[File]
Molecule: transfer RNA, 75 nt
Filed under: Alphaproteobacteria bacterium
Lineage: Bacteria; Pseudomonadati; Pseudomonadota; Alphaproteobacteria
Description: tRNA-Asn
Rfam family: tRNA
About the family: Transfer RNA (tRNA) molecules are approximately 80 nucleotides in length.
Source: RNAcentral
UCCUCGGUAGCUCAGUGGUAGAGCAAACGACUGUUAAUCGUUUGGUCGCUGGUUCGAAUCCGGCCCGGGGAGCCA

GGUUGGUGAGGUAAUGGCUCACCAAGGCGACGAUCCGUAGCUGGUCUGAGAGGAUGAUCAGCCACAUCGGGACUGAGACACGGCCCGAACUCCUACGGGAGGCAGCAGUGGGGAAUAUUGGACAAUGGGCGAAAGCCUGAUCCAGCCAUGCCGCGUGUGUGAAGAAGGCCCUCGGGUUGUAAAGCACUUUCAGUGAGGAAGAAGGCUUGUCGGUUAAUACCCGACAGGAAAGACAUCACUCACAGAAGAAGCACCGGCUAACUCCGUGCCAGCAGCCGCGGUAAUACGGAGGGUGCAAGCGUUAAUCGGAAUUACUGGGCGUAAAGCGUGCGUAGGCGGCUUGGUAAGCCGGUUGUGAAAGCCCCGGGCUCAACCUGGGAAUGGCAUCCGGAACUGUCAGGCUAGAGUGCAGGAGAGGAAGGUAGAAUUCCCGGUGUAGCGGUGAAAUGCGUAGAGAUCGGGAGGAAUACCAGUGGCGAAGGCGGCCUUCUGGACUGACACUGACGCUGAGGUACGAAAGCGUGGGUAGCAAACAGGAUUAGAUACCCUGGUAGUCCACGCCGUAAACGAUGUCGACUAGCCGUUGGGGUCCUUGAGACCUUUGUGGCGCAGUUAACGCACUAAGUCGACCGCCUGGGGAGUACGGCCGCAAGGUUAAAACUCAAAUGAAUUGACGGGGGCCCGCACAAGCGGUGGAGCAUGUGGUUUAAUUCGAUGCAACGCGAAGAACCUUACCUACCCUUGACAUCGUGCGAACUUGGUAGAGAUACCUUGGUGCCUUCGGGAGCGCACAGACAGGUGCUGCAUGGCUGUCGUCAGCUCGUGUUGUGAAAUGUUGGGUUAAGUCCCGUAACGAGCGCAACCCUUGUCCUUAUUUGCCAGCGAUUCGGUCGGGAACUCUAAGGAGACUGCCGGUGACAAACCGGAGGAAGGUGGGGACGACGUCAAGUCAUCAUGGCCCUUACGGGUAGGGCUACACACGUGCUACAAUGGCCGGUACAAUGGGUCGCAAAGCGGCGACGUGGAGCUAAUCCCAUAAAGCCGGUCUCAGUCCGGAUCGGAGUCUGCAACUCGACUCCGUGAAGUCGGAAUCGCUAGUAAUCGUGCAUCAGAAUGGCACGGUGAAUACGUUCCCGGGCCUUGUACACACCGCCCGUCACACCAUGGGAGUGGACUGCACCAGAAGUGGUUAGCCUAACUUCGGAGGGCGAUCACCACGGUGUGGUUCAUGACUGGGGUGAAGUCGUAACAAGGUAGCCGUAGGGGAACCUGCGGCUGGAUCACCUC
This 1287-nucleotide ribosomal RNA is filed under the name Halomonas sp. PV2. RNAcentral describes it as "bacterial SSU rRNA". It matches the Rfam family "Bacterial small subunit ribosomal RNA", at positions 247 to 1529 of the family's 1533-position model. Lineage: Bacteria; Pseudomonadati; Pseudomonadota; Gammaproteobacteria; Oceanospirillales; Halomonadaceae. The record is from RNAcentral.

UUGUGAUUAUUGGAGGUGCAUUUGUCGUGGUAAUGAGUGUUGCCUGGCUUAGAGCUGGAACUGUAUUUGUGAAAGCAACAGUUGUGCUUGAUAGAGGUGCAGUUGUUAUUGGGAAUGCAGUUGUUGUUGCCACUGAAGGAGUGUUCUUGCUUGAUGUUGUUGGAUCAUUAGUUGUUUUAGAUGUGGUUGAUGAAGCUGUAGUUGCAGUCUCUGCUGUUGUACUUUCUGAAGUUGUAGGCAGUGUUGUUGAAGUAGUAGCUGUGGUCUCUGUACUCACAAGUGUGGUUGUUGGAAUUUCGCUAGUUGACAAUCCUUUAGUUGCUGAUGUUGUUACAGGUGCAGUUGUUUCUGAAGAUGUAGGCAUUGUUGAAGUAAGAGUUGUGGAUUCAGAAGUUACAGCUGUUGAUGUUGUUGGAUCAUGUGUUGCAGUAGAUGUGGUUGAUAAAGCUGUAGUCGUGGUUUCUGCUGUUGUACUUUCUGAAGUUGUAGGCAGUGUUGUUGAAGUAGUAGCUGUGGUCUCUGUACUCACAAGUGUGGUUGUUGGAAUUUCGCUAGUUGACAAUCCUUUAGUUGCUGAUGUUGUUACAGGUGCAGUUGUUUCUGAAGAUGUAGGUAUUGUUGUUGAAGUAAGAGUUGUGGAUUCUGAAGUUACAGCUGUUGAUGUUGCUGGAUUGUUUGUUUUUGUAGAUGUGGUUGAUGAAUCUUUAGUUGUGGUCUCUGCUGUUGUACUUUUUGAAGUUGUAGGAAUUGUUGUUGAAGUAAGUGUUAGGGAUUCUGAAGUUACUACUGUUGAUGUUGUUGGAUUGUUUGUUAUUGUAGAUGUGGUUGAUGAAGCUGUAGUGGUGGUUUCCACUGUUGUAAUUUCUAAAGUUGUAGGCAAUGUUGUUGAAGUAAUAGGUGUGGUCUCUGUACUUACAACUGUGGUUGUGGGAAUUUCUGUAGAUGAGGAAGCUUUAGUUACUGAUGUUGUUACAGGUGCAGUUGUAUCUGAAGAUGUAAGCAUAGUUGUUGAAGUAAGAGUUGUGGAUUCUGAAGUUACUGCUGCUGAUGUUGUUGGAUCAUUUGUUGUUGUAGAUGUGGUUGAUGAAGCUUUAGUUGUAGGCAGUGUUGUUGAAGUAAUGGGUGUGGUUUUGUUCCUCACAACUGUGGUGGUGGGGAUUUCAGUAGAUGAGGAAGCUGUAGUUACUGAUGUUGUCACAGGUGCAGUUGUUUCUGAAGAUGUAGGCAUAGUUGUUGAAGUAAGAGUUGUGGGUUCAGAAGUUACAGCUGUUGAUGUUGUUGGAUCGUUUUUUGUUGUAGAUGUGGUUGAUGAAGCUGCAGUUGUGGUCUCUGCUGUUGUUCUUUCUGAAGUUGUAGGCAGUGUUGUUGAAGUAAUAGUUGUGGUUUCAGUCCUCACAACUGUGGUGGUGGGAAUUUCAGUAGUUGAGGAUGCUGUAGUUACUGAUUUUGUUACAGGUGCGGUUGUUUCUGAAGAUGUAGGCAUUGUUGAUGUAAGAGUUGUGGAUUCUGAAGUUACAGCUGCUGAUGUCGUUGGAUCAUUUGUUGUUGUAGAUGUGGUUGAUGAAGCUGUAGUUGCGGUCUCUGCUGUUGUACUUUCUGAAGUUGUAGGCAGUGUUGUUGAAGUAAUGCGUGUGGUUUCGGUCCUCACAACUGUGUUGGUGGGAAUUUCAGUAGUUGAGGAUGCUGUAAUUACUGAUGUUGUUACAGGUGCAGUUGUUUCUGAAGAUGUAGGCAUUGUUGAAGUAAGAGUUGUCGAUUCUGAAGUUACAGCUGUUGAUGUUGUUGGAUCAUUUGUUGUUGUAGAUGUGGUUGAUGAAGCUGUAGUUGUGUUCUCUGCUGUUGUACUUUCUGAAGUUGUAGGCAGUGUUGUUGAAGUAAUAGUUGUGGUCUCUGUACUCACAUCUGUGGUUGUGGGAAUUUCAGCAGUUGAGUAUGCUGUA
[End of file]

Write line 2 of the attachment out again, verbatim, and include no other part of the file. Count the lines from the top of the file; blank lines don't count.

Filed under: Alphaproteobacteria bacterium